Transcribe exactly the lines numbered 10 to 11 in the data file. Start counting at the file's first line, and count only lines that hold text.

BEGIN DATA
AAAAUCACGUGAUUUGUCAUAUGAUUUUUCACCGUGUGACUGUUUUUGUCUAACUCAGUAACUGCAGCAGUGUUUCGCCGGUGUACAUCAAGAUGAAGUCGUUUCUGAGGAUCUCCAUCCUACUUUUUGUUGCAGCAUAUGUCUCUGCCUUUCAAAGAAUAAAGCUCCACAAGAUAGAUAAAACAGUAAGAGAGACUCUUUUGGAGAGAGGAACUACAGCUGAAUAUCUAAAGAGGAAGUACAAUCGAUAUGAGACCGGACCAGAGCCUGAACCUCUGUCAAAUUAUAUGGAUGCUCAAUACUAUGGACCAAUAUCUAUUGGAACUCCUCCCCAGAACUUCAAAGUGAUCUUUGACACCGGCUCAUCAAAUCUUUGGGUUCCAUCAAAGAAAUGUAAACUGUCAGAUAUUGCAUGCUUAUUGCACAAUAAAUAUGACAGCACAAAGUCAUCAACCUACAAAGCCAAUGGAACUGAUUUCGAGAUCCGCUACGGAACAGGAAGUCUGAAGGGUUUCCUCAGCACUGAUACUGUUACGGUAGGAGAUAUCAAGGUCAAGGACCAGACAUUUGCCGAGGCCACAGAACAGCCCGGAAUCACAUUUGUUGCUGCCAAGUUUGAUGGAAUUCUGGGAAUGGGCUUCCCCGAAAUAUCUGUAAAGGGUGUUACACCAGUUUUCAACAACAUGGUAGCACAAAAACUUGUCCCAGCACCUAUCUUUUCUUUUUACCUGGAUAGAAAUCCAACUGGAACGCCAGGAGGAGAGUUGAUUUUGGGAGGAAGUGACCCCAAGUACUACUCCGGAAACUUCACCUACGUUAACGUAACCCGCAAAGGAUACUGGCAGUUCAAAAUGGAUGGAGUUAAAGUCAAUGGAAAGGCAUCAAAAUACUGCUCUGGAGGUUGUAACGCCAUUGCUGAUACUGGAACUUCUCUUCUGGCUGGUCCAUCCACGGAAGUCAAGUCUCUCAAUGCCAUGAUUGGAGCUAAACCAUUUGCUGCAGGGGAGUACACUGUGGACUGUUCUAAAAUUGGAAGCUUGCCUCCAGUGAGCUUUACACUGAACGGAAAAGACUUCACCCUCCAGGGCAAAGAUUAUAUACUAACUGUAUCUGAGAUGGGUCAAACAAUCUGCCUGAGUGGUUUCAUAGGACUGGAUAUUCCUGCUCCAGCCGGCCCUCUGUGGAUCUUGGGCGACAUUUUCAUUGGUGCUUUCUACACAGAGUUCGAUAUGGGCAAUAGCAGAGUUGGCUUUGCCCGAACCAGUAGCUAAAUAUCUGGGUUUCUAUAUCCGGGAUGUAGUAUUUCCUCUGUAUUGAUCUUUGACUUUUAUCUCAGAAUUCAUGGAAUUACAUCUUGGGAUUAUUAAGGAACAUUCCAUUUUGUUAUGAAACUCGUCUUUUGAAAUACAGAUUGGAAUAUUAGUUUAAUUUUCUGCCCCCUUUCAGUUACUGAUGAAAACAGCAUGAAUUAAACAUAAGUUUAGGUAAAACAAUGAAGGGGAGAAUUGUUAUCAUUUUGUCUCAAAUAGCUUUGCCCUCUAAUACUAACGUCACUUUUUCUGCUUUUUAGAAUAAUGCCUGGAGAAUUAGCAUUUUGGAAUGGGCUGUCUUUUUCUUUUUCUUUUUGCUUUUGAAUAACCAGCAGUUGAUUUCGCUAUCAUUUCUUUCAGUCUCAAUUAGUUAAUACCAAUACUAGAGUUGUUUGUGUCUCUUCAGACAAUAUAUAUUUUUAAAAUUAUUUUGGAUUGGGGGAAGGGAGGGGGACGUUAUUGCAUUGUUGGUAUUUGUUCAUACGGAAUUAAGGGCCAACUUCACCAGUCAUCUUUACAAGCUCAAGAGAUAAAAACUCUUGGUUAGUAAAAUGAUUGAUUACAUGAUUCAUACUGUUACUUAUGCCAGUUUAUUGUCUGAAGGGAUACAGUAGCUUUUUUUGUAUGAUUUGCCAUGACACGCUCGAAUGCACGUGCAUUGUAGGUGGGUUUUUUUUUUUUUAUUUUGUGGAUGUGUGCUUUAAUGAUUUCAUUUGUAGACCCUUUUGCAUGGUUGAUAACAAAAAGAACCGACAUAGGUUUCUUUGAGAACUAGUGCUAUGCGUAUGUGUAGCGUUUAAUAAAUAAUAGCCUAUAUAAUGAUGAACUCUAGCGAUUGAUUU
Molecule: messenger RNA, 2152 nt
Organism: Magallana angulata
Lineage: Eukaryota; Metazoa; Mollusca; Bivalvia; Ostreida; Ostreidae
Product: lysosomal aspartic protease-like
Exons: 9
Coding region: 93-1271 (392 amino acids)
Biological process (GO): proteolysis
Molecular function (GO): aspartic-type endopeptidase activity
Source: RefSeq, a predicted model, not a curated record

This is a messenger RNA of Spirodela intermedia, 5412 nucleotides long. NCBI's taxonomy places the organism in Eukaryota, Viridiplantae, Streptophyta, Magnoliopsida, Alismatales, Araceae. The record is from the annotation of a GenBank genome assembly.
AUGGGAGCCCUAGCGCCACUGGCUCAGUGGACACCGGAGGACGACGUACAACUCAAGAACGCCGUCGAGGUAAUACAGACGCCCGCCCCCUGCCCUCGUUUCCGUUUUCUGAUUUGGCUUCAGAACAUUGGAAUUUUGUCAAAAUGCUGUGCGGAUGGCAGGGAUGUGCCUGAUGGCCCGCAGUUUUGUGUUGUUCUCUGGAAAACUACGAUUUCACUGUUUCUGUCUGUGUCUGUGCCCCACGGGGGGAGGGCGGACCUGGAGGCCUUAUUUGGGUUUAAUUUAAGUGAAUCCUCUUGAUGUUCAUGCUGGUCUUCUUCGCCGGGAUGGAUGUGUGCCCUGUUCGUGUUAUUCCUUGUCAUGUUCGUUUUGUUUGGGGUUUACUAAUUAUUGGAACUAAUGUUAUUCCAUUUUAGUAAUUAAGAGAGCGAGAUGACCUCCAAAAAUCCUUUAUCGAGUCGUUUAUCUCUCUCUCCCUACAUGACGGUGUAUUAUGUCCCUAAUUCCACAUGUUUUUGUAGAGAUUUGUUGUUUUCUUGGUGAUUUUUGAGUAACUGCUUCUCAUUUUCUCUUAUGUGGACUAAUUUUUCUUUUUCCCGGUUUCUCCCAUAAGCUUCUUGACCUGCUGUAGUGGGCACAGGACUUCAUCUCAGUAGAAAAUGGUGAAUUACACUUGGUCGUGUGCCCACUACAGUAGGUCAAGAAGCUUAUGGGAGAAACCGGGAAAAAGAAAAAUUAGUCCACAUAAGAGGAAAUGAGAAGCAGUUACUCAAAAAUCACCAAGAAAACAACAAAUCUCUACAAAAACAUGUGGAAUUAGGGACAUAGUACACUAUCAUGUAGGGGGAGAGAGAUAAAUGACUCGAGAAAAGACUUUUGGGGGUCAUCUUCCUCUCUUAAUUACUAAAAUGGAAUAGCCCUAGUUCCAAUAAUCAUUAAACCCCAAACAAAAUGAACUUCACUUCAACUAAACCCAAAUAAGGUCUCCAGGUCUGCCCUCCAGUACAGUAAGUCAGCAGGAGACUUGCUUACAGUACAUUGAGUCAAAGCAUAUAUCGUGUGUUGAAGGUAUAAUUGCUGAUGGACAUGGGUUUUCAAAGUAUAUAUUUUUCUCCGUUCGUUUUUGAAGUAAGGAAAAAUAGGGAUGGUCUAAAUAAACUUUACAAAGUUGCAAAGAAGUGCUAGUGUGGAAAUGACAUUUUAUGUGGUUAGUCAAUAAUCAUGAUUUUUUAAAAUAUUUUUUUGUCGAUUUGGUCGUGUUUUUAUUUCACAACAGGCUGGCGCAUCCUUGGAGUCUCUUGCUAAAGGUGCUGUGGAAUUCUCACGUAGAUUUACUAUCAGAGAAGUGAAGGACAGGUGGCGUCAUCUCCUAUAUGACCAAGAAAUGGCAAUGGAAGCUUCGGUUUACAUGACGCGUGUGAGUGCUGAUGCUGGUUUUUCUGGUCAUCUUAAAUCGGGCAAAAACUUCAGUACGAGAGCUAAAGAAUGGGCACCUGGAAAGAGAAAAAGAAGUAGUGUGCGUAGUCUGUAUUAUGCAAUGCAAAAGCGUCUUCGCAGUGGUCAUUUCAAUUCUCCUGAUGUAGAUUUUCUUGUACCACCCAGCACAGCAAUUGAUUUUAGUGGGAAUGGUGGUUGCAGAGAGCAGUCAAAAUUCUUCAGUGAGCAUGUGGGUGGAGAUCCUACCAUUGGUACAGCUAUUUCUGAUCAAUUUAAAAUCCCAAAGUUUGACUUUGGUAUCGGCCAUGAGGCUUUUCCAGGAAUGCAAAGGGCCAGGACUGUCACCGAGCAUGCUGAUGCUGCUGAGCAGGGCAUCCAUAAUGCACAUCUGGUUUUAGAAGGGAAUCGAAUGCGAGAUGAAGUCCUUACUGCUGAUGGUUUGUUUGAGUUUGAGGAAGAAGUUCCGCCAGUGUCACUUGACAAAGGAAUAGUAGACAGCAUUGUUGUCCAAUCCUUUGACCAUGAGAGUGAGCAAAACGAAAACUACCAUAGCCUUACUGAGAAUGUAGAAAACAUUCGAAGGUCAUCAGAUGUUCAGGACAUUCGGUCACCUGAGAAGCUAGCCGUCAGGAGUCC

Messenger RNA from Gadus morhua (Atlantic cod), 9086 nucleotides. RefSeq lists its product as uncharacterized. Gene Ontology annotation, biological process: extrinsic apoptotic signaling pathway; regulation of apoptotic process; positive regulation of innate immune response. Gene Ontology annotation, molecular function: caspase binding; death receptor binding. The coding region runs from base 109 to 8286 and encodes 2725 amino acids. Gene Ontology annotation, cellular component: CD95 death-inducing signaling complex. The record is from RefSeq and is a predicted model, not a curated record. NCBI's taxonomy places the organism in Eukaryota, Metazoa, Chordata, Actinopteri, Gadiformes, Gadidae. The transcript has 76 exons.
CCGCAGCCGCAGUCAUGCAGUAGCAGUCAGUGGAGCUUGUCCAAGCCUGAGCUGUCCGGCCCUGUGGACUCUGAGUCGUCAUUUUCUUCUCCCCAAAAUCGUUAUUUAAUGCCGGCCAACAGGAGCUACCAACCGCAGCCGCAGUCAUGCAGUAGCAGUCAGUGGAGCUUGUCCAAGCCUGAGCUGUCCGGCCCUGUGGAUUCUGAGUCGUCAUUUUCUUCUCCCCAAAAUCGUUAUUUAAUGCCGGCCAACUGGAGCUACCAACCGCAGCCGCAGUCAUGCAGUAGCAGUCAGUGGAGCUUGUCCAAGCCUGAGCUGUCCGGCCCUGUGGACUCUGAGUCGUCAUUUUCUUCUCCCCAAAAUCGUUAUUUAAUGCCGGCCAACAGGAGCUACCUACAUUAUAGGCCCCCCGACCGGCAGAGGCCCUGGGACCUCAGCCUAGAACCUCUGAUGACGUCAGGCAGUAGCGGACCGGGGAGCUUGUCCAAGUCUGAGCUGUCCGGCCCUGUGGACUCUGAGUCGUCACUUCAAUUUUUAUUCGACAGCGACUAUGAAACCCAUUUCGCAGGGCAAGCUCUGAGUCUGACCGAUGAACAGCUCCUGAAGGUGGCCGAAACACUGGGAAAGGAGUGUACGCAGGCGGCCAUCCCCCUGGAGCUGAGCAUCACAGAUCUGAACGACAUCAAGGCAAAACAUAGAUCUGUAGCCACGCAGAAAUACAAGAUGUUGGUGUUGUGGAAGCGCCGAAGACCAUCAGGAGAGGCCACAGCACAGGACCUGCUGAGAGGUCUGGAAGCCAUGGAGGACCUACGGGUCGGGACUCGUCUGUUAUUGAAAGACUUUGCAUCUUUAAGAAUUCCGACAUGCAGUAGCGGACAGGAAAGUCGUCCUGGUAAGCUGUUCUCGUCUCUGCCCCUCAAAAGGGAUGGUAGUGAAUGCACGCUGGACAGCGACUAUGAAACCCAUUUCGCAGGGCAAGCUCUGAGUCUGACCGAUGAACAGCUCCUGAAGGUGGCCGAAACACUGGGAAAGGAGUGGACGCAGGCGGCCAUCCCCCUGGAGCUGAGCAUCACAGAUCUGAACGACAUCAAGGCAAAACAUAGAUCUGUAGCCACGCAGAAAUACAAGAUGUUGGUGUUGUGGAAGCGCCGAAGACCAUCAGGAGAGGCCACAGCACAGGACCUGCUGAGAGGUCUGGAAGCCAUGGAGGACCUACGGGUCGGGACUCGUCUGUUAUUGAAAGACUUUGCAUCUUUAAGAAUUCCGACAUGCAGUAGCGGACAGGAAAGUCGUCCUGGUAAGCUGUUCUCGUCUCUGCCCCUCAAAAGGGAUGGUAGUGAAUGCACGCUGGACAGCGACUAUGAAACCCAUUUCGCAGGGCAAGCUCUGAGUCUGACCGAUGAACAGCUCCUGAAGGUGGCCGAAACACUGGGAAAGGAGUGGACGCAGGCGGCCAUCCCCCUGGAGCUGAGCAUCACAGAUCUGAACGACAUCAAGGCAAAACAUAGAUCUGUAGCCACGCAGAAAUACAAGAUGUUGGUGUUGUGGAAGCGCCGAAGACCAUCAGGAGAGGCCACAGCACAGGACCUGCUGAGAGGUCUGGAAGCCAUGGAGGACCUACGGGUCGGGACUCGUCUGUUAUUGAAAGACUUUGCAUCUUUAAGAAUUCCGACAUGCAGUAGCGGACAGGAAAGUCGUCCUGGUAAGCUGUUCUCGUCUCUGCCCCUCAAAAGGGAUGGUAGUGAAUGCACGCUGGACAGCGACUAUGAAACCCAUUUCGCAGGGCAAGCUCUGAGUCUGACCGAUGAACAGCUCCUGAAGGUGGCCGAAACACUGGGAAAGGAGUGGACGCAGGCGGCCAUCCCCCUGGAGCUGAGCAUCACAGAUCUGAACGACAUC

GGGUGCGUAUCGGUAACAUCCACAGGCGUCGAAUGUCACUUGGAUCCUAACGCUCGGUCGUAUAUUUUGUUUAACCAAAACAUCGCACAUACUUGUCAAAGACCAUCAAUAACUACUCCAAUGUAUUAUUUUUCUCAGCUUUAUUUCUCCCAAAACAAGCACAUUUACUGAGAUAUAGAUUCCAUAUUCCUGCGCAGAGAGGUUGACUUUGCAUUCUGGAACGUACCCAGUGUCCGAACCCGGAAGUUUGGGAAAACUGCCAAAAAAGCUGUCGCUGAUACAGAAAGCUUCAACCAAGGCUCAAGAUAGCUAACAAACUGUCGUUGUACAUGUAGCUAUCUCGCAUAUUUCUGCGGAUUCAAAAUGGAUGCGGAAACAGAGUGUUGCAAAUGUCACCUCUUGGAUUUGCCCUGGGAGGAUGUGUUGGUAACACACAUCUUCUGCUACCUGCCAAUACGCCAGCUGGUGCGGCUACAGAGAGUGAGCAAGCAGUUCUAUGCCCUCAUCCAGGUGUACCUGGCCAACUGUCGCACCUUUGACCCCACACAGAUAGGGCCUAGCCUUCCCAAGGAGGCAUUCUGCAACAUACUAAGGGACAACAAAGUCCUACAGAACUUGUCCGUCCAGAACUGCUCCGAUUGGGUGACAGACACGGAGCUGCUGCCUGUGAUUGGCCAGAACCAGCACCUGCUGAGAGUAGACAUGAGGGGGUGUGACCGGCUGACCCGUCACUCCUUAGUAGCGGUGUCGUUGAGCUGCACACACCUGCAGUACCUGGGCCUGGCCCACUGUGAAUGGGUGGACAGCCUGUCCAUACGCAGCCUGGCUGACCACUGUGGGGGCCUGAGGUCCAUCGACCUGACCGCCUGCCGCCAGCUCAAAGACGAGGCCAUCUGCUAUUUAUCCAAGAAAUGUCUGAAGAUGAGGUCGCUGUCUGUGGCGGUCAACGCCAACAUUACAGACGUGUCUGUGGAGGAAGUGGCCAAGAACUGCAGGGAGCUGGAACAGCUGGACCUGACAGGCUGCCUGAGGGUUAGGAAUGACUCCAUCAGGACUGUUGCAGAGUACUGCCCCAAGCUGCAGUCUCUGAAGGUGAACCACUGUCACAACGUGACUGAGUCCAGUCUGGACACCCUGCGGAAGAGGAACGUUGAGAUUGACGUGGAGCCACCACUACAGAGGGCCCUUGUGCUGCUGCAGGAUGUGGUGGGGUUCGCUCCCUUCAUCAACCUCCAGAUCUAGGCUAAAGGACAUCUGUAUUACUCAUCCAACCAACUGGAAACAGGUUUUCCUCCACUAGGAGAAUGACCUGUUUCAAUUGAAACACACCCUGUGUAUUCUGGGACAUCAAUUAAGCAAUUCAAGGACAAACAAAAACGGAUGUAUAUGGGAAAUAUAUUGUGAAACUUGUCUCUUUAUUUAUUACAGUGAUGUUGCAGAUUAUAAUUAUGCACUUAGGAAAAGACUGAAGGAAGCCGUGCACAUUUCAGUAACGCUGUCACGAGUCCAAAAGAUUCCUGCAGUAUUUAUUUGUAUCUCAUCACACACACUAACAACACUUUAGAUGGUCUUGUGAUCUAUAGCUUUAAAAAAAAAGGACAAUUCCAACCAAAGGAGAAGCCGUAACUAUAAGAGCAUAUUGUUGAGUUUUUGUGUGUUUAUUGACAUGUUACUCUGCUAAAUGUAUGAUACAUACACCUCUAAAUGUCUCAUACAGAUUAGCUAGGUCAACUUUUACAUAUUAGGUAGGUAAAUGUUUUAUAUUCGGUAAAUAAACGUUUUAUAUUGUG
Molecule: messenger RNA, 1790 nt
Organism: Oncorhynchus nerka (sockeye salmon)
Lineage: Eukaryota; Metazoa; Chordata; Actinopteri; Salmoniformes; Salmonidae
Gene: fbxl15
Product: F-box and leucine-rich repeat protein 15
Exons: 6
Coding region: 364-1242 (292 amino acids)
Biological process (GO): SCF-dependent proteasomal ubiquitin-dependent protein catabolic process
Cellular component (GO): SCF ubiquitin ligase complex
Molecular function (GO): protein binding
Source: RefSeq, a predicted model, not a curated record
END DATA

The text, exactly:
Source: RefSeq, a predicted model, not a curated record

This is a messenger RNA of Spirodela intermedia, 5412 nucleotides long. NCBI's taxonomy places the organism in Eukaryota, Viridiplantae, Streptophyta, Magnoliopsida, Alismatales, Araceae. The record is from the annotation of a GenBank genome assembly.